On November 1st and 2nd, Cofece, the Mexican Competition Agency, hosted an International Competition Network (ICN) workshop on competition advocacy, featuring presentations from government agency officials, think tanks, and international organizations. The workshop highlighted the excellent work that the ICN has done in supporting efforts to curb the most serious source of harm to the competitive process worldwide: government enactment of anticompetitive regulatory schemes and guidance, often at the behest of well-connected, cronyist rent-seeking businesses that seek to protect their privileges by imposing costs on rivals.
The ICN describes the goal of its Advocacy Working Group in the following terms:
The mission of the Advocacy Working Group (AWG) is to undertake projects, to develop practical tools and guidance, and to facilitate experience-sharing among ICN member agencies, in order to improve the effectiveness of ICN members in advocating the dissemination of competition principles and to promote the development of a competition culture within society. Advocacy reinforces the value of competition by educating citizens, businesses and policy-makers. In addition to supporting the efforts of competition agencies in tackling private anti-competitive behaviour, advocacy is an important tool in addressing public restrictions to competition. Competition advocacy in this context refers to those activities conducted by the competition agency, that are related to the promotion of a competitive environment by means of non-enforcement mechanisms, mainly through its relationships with other governmental entities and by increasing public awareness in regard to the benefits of competition.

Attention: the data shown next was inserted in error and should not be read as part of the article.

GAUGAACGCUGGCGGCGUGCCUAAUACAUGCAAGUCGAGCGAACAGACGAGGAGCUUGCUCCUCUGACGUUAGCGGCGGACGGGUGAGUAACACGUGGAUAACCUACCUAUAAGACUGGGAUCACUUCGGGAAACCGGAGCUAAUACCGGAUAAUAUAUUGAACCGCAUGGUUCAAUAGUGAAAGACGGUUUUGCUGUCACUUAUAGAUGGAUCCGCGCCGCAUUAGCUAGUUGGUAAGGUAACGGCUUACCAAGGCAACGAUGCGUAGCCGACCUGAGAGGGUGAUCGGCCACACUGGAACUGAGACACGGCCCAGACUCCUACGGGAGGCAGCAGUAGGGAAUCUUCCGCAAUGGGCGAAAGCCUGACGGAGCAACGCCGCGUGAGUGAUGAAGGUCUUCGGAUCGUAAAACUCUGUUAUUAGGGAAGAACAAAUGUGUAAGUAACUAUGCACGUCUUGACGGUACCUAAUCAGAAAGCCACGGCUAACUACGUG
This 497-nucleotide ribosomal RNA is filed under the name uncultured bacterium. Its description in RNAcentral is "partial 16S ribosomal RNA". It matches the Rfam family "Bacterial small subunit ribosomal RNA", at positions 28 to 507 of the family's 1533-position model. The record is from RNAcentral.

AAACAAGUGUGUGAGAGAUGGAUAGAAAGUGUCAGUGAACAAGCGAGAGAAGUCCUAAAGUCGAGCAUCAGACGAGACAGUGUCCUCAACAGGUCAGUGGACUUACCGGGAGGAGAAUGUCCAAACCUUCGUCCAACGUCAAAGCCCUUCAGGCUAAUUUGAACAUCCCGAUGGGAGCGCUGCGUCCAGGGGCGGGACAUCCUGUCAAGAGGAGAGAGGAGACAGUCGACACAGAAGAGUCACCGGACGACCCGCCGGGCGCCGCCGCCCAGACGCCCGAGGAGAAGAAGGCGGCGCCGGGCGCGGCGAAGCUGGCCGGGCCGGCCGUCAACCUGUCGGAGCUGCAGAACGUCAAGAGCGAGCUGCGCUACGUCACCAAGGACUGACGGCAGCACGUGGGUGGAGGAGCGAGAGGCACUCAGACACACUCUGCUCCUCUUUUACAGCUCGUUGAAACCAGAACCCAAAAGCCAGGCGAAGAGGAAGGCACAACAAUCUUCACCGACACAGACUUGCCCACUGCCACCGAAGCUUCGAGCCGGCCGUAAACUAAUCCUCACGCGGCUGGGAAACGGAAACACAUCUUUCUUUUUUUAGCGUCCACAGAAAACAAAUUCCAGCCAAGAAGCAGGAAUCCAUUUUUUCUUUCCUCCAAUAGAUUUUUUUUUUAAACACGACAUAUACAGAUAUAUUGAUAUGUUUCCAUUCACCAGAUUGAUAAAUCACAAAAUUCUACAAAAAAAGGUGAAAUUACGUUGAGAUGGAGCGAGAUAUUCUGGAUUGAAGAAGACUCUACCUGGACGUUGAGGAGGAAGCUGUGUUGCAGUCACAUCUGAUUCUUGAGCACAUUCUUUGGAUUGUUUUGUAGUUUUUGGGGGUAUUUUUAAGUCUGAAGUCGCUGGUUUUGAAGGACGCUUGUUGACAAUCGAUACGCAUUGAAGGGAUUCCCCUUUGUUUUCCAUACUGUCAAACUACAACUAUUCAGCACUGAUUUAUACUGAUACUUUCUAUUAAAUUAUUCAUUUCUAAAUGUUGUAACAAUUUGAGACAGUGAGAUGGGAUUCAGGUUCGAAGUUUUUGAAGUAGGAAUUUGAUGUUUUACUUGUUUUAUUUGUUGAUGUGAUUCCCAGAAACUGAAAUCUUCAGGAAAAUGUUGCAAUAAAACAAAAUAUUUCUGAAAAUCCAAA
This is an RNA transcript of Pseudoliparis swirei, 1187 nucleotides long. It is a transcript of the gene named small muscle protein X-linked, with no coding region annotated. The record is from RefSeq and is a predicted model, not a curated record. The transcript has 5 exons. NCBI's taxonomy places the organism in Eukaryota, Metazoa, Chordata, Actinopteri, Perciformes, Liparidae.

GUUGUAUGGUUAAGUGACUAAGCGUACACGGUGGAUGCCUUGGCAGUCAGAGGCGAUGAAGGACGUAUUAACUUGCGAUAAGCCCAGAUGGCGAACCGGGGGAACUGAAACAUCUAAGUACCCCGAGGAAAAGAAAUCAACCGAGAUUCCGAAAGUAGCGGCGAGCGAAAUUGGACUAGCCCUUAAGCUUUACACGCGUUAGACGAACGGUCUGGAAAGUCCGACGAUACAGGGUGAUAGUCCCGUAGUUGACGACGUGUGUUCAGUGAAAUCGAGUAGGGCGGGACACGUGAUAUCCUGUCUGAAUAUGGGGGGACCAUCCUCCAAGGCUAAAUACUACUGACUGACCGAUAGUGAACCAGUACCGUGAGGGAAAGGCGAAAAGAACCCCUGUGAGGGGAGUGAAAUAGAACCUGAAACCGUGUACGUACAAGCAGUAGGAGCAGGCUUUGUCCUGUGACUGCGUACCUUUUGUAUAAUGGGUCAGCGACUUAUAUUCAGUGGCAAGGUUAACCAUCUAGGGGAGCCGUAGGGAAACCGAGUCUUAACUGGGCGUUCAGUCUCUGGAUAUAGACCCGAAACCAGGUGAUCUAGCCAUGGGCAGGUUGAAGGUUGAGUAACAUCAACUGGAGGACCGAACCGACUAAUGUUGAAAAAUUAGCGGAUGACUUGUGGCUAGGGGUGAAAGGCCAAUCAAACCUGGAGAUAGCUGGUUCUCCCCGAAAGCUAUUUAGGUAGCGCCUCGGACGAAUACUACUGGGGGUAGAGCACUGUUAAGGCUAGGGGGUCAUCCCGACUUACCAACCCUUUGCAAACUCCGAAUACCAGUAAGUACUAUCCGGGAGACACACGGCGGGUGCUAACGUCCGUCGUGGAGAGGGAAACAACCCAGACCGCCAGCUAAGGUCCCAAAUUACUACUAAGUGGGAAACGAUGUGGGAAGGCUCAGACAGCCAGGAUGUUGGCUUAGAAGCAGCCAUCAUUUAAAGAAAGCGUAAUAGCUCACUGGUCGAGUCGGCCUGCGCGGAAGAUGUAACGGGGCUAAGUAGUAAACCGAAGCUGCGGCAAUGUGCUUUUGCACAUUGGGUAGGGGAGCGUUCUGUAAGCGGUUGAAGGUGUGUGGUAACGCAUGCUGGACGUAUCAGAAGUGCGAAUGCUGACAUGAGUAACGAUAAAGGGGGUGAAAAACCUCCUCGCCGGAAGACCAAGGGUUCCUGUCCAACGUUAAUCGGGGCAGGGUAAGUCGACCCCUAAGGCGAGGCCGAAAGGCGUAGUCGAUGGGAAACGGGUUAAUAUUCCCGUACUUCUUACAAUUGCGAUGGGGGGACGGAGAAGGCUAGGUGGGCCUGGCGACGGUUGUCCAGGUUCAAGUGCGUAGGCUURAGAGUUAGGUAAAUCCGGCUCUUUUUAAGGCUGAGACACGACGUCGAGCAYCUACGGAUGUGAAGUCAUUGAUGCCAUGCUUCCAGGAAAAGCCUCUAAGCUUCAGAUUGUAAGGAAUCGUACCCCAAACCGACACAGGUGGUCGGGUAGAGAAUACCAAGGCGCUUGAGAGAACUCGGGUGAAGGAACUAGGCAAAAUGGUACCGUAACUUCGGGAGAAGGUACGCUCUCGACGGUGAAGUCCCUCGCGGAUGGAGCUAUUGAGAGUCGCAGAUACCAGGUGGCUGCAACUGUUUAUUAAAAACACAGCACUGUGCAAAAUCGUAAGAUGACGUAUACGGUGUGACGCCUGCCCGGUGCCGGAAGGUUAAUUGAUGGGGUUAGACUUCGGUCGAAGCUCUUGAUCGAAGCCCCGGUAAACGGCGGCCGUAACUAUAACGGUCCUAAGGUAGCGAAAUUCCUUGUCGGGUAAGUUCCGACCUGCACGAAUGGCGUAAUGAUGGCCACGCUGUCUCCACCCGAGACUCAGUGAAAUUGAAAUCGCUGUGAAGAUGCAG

At the Cofece workshop, I moderated a panel on “stakeholder engagement in the advocacy process,” featuring presentations by representatives of Cofece, the Japan Fair Trade Commission, and the Organization for Economic Cooperation and Development. As I emphasized in my panel presentation:
Developing an appropriate competition advocacy strategy is key to successful interventions. Public officials should be mindful of the relative importance of particular advocacy targets, as well as matter-specific political constraints and competing stakeholder interests. In particular, a competition authority may greatly benefit by identifying and motivating stakeholders who are directly affected by the competitive restraints that are targeted by advocacy interventions. The active support of such stakeholders may be key to the success of an advocacy initiative. More generally, by reaching out to business and consumer stakeholders, a competition authority may build alliances that will strengthen its long-term ability to be effective in promoting a pro-competition agenda.